If I think about the gain you picked up this quarter versus your expectation, the implication would be that the next three quarters gross margin would be lower than you were thinking before?

John Considine

Yes. Maybe I could just shed a little light on it. Mike, as David said, we have that one-time gain and while that popped this quarter substantially, since it is unique to this quarter and for the year, we were only going to get about a quarter's basis of percentage of it.

If it were 100 basis points for the year, it is going to average out to 225 basis points. When we looked at the remainder of this year, you are right that we risk adjusted the Med/Surge business within Medical. The other businesses Pharma Systems was on target with what we projected. Diabetes Care, as we said in the press release was strong, so all that was there.

When we looked at the remainder of the year there is a lot going on. Oil is down, but the resins have followed it dollar-for-dollar, but we think that there is probably an upside there. We do not know how significant other things might be, so we have just kind of given you as we always would, what we think we can all believe in. Therefore, the number is 52, it is a little lighter, as you said, because we were a little stronger in the first quarter than we might have otherwise been.

Mike Weinstein - JPMorgan

Okay. Great. Thank you, guys.

Operator

Your next question comes from Peter Lawson with Thomas Weisel Partners.

Peter Lawson - Thomas Weisel Partners

John, what is been driving the strength in the Bioscience business? Is that strength likely to continue for '09 with the kind of CapEx issues we are seeing out of pharma and hospitals?

John Considine

Bill, why do not you take that please?

Bill Kozy

Sure. The strong contributors in the first quarter were instrument sales. Both research and clinical continued strong performance in the sorter category has sustained itself throughout the quarter. We continue to have a good feel that we will meet our commitments in that instrument category for the year. At this early stage of research and clinical CapEx implications, we have seen a little less on the research side, particularly as ongoing interests in research with topics like cancer, stem cells and so forth have continued. Our pipeline continues to look steady. Looks like it did a couple of months ago, and so we are confident at this stage that '09 is a commitment that we will achieve.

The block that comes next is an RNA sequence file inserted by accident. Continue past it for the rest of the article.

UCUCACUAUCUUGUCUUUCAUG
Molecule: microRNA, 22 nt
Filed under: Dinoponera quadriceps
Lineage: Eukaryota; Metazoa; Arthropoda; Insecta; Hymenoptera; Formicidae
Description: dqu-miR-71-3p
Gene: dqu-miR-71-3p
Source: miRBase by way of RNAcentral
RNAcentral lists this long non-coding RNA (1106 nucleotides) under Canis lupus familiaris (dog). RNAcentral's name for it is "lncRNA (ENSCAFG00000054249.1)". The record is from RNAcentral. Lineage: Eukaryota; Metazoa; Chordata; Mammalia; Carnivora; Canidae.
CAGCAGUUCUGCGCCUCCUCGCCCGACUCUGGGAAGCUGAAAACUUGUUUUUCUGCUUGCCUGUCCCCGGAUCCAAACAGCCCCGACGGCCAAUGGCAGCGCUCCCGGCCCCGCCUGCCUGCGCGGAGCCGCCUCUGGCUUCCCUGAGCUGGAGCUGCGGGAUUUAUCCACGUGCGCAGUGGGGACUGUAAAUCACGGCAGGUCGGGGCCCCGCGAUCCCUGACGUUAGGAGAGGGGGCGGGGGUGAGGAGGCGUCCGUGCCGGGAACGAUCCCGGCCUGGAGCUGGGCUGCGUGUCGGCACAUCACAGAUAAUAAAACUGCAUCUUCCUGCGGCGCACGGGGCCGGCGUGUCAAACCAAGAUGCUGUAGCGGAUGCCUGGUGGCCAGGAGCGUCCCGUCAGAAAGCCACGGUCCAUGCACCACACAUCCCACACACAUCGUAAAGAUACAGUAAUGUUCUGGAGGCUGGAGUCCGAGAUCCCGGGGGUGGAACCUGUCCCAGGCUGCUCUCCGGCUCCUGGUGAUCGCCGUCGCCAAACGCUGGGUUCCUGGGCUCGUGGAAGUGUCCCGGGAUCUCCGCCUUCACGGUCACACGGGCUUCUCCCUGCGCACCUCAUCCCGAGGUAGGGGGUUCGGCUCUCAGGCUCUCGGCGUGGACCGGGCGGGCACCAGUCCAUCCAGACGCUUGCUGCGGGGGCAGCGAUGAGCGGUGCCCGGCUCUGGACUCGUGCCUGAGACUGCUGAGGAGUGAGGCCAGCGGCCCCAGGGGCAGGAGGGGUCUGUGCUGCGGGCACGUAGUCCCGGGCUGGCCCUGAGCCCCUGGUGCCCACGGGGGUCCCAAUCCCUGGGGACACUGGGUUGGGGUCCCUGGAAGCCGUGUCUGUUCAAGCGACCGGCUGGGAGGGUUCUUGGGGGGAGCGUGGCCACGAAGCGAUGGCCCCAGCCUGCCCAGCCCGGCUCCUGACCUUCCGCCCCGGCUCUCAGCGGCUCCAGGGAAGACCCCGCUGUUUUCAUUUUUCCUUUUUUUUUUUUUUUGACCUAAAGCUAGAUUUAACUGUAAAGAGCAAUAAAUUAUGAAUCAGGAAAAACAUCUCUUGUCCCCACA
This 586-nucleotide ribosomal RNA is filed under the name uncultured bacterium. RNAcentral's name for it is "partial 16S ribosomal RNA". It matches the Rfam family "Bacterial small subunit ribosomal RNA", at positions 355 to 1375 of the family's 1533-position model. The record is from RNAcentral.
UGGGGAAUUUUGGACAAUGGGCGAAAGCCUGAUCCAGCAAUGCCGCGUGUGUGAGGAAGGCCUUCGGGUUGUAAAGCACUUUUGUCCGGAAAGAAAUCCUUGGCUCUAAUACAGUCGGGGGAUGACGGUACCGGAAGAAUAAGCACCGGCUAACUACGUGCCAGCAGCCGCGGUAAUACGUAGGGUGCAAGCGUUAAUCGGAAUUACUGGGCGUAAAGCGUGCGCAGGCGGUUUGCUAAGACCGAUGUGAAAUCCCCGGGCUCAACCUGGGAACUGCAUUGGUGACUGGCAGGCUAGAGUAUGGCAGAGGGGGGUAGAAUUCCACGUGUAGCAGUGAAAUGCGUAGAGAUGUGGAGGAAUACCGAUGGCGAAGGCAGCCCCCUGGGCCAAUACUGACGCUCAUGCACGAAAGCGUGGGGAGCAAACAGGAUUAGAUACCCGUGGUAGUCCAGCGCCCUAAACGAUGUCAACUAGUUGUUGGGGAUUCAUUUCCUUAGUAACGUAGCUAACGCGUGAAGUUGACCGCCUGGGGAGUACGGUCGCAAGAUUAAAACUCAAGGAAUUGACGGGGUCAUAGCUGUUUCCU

Peter Lawson - Thomas Weisel Partners

John, on the other income line, the $9 million, where did that come from and what is your likely projection for 2009?

John Considine

You may have heard us talk about this. We have a deferred compensation program, and did you say other income or other interest?

Peter Lawson - Thomas Weisel Partners

Other income.

John Considine

Why did David not take it then?

David Elkins

In other income, there are really three things that were driving that. We had some hedge gains that came through under that line. Also, we had a one-time research fee of about $3 million. We also sold a small diagnostic product line which is a few million dollars.

Peter Lawson - Thomas Weisel Partners

Okay. What is that likely to be for 2009? That line item, kind of half a million a quarter or?

David Elkins

I do not see any material changes to where it is today. Those were all one-off gains that we had.

Peter Lawson - Thomas Weisel Partners

Thanks so much. I will get back into the queue.

Operator

Your next question comes from Kristen Stewart with Credit Suisse.

Kristen Stewart - Credit Suisse

Thanks for taking my question. I just wanted to circle back on the safety sales and just ask if are you seeing any push back just from a pricing perspective? Is it kind of unusual to see the slowdown in this quarter? If you could just break down the safety sales growth numbers for us for BD Medical and then the BD Diagnostic as well?

John Considine

Gary, you want to or shall I?

Gary Cohen

Let me take that. On the first part of the question, what we are seeing in the U.S. is not really related to pricing, it is more so related to the high level of conversions that had already been achieved and reduction in sales in the category, I mentioned.

The primary growth, underlying market growth is not as strong as it has been based on the conversion level. Nexiva which will be a growth contributor going forward as is push button set in Preanalytical will continue to contribute to grow and they are being offset by a product line that was once called Interlink, we now call blunt plastic cannula. It is not a pricing impact, it is more of a volume impact.

In terms of breaking out the numbers, do you want in terms of percentage changes or in what form would you like it?

Kristen Stewart - Credit Suisse

Percentage changes would be fine.

Gary Cohen

Okay. In the first quarter U.S. compared to prior year, Medical was down 1.7%, Diagnostics was up 4.6%; so that netted out to 1% for the company, we are expecting it to be stronger than that over the balance of the year.

Then international versus last year first quarter medical was up 20.5%, Diagnostics were up 18.7%; so that is 19.3% total. Over the balance of the year, we are expecting Medical to be a little bit higher than that and Diagnostics to be lower than that, internationally.